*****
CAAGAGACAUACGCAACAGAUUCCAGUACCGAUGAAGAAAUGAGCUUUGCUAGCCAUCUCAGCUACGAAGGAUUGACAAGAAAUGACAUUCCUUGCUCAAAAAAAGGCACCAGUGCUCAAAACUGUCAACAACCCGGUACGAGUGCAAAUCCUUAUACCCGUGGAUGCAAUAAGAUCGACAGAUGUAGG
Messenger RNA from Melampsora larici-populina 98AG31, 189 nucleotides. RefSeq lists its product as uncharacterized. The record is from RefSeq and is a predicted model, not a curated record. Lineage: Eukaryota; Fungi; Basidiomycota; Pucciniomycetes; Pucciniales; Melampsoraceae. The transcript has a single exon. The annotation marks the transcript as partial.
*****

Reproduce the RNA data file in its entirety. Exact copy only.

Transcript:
CAAGAGACAUACGCAACAGAUUCCAGUACCGAUGAAGAAAUGAGCUUUGCUAGCCAUCUCAGCUACGAAGGAUUGACAAGAAAUGACAUUCCUUGCUCAAAAAAAGGCACCAGUGCUCAAAACUGUCAACAACCCGGUACGAGUGCAAAUCCUUAUACCCGUGGAUGCAAUAAGAUCGACAGAUGUAGG
Messenger RNA from Melampsora larici-populina 98AG31, 189 nucleotides. RefSeq lists its product as uncharacterized. The record is from RefSeq and is a predicted model, not a curated record. Lineage: Eukaryota; Fungi; Basidiomycota; Pucciniomycetes; Pucciniales; Melampsoraceae. The transcript has a single exon. The annotation marks the transcript as partial.